What is a Monte?
Well no one can say for sure, but this is what we know so far…
Sometime in the Spring of 2002, Matteo Brandi found a group of raw, unpainted frames in a small bike shop owned by Vasco Montelatici in Firenze, Italy.
Photos courtesy of Matteo Brandi & Les Himel
Vasco Montelatici, the gentleman on the left, had a long time involvement with bicycle racing, not only as a shop owner and sponsor, but as a racer himself.
Matteo Brandi arranged to send 14 of these frames to the US, where they were offered to members of the Classic Rendezvous e-mail list, a loosely connected group of vintage lightweight bicycle collectors spread all over the world.
These frames have some unique features, such as an unusual scalloped rear drop out and fork drop out attachment. There appears to be two different styles of lug windows and bottom bracket cut outs in the group, but all the frames have the scalloped drop out attachments and fork and rear stays
Montelatici bicycles hanging in Vasco’s shop for sale.
Some collectors have observed that the brazing pin placement is similar to that used by Cinelli in the 1970s. The personal and business relationship between Cino Cinelli and Vasco Montelatici could indicate the frames were made by Cinelli for his old friend.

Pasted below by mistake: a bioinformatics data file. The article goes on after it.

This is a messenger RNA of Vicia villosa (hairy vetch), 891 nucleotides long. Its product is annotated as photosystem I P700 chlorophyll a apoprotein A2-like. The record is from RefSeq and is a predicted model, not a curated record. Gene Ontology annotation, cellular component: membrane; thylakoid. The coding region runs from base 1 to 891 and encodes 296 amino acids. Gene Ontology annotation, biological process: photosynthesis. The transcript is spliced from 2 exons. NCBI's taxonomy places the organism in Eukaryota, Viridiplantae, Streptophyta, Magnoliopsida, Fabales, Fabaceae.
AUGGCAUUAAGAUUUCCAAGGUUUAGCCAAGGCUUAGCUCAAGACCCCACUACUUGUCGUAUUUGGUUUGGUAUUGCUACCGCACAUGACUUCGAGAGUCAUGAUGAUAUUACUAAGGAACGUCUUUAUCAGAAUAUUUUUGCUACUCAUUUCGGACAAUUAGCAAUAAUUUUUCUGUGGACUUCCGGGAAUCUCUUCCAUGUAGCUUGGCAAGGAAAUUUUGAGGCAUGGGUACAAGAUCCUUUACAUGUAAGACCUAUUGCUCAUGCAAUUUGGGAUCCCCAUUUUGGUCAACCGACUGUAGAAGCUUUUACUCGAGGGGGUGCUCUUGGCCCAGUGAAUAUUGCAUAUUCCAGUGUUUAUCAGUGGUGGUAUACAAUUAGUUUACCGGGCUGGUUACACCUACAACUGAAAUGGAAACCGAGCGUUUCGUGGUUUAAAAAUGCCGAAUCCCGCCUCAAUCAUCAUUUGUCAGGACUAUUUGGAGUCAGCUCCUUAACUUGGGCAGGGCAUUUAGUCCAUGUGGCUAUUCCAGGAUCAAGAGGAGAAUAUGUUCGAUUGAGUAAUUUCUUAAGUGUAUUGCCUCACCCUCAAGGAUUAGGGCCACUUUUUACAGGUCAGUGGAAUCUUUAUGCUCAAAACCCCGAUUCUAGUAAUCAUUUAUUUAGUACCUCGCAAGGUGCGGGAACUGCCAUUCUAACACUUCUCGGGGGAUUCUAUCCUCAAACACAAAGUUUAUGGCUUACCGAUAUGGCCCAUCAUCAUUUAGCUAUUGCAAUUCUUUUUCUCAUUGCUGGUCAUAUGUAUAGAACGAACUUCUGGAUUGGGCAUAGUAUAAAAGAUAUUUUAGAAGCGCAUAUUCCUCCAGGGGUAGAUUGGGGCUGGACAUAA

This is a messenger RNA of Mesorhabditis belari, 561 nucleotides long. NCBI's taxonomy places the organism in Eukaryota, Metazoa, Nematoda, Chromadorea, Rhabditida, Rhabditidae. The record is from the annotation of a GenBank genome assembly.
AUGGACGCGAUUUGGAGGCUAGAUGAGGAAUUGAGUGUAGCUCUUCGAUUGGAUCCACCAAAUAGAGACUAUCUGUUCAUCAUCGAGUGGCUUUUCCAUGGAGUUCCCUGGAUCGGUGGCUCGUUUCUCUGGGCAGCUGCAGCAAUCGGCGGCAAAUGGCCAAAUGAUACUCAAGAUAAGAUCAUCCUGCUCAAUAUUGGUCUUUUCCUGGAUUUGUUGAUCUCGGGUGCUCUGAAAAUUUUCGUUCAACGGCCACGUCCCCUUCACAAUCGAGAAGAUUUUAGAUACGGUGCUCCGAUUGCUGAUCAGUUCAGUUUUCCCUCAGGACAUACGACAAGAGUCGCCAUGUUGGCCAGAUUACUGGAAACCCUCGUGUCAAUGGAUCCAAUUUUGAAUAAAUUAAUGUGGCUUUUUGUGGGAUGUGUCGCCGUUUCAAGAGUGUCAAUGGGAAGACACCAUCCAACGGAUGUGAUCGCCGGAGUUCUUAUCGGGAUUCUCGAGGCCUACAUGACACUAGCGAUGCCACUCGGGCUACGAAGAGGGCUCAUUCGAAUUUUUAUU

Sadly, Vasco Montelatici passed away in 2003. Since he threw out all receipts and paperwork associated with his shop after the required 15 years, we have no written record of where these frames came from.
Many of the Montelatici frames sent to the US were painted differently and built up with various components, ranging from the 1970s to modern equipment.
Les Himel’s modern Campagnolo built Montelatici, recently returned to a vintage build
Whoever made the Montelatici frames, made a beautiful bicycle that rides very well. I’ve gotten a lot of joy from mine. So, please enjoy this interpretation of a classic Italian road bike from the late 1970s.
Paint scheme designed by Dale Brown, paint work by Brian Baylis.